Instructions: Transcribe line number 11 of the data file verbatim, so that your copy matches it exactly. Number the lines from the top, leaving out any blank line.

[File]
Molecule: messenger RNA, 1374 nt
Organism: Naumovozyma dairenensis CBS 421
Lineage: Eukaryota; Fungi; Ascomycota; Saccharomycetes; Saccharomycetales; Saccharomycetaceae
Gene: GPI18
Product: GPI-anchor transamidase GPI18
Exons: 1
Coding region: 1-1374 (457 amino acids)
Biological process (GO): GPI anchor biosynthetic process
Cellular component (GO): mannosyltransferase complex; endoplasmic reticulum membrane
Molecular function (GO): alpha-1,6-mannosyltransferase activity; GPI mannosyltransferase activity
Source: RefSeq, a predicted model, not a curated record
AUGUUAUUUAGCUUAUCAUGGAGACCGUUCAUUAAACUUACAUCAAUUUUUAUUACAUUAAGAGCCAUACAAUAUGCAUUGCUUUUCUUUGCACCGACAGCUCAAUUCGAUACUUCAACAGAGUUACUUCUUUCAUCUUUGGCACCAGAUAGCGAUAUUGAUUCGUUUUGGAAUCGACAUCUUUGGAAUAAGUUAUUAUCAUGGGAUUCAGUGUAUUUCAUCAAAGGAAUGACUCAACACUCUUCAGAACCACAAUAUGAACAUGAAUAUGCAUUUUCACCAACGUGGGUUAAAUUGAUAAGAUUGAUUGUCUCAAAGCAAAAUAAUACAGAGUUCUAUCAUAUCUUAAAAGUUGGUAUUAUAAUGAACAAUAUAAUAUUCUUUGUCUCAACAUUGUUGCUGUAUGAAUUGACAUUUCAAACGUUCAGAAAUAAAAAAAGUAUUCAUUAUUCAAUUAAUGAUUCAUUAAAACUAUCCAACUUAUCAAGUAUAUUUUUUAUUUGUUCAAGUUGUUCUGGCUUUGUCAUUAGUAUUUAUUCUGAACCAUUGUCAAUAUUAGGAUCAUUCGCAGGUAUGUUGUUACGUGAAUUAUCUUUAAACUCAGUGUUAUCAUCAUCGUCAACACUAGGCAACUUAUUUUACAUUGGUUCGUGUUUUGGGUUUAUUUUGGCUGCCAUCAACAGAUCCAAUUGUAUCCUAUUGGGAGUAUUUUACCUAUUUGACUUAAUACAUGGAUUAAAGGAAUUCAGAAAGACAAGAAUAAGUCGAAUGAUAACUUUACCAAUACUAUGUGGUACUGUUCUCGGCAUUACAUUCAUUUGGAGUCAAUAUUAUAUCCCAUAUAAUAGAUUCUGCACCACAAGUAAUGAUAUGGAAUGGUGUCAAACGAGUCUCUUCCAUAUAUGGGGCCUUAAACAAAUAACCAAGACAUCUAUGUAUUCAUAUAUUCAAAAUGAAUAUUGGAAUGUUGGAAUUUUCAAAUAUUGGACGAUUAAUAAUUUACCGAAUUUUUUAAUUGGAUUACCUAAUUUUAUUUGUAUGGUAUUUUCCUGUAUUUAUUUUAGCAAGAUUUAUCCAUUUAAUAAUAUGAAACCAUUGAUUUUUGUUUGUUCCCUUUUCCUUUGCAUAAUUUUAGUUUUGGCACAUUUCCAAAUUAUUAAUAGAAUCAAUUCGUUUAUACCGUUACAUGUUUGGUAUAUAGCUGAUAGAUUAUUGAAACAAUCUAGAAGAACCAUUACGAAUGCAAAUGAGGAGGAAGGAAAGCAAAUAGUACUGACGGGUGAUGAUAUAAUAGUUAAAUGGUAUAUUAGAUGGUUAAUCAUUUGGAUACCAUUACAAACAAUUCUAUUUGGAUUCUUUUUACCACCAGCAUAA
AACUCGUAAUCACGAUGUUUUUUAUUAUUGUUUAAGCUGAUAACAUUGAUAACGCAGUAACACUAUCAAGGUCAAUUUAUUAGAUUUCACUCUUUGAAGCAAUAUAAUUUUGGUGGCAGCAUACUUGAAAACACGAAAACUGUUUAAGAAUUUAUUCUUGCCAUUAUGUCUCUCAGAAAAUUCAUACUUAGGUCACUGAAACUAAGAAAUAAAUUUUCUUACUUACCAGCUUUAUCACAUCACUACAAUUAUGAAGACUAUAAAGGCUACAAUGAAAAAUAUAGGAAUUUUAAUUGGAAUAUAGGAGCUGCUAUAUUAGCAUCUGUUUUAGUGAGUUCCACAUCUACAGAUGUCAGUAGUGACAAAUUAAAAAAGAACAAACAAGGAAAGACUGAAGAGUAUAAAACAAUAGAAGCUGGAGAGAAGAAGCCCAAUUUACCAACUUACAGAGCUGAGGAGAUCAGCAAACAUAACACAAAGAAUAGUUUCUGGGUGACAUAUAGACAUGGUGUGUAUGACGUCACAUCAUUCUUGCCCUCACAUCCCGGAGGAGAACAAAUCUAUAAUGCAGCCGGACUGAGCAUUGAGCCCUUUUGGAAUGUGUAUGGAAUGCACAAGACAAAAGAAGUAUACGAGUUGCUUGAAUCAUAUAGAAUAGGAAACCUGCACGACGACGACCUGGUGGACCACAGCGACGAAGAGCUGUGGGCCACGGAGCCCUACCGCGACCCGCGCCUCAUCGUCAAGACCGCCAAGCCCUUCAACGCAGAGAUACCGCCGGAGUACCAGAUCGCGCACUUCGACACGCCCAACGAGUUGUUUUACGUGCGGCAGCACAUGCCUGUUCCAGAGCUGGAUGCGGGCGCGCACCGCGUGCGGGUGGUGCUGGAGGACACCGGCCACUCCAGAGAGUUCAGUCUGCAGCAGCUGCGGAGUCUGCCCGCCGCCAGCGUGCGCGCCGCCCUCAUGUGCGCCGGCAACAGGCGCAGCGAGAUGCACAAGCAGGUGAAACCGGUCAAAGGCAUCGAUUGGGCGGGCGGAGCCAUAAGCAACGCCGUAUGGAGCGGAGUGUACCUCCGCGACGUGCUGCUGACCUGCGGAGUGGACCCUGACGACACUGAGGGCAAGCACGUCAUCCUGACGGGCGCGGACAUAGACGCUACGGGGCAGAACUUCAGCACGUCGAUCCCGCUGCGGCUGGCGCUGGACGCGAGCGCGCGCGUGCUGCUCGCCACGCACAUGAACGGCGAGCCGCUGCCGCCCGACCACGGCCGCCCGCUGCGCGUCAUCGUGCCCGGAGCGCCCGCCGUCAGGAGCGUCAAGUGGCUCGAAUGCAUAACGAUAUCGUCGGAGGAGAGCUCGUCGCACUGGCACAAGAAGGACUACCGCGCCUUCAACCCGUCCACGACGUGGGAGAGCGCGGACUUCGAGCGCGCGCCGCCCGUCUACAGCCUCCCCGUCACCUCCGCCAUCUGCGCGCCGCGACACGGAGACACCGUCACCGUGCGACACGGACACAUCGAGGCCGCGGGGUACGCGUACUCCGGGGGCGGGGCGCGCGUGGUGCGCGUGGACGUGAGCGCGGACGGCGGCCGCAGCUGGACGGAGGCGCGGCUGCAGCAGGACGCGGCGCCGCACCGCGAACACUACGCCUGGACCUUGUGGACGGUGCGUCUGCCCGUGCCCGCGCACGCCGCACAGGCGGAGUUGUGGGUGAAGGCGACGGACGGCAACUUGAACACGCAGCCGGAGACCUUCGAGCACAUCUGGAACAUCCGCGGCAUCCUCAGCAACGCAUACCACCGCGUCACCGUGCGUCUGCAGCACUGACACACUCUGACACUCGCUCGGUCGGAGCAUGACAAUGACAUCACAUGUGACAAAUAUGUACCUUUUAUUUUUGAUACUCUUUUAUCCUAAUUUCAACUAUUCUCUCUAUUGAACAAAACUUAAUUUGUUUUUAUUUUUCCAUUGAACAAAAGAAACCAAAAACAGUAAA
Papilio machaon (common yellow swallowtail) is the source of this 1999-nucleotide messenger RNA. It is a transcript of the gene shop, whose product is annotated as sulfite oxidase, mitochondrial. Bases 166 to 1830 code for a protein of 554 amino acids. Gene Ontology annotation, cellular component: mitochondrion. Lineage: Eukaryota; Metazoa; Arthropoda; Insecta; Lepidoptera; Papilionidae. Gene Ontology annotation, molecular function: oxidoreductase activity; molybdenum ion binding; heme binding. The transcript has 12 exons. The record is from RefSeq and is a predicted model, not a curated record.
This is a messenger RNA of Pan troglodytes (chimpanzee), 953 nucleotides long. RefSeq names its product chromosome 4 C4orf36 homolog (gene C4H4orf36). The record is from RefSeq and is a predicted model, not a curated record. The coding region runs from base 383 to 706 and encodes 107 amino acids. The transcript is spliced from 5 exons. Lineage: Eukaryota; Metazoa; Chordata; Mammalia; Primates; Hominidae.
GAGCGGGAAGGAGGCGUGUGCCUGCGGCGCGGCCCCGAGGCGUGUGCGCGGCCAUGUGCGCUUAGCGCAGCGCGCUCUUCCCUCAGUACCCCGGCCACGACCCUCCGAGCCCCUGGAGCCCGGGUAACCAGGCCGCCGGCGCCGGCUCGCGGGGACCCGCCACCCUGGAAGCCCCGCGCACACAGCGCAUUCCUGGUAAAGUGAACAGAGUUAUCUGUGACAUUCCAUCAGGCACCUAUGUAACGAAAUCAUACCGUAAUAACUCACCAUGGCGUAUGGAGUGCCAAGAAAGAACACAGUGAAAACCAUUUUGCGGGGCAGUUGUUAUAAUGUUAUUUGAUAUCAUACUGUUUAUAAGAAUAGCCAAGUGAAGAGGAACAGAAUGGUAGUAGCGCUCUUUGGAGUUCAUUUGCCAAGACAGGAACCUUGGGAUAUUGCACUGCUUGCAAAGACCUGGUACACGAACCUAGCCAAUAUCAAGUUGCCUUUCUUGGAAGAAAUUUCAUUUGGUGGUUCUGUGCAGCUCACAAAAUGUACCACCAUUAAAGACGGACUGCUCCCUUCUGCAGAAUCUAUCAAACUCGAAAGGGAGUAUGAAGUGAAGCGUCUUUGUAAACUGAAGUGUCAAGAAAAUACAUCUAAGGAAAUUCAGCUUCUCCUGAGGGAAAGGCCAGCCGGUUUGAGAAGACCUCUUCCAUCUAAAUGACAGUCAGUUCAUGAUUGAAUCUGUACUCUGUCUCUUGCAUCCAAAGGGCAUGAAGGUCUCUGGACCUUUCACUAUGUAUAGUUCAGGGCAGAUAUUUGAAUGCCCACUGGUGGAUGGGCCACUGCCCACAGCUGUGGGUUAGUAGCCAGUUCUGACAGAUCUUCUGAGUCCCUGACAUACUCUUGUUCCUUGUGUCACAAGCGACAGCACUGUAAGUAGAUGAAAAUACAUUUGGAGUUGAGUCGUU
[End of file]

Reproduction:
Source: RefSeq, a predicted model, not a curated record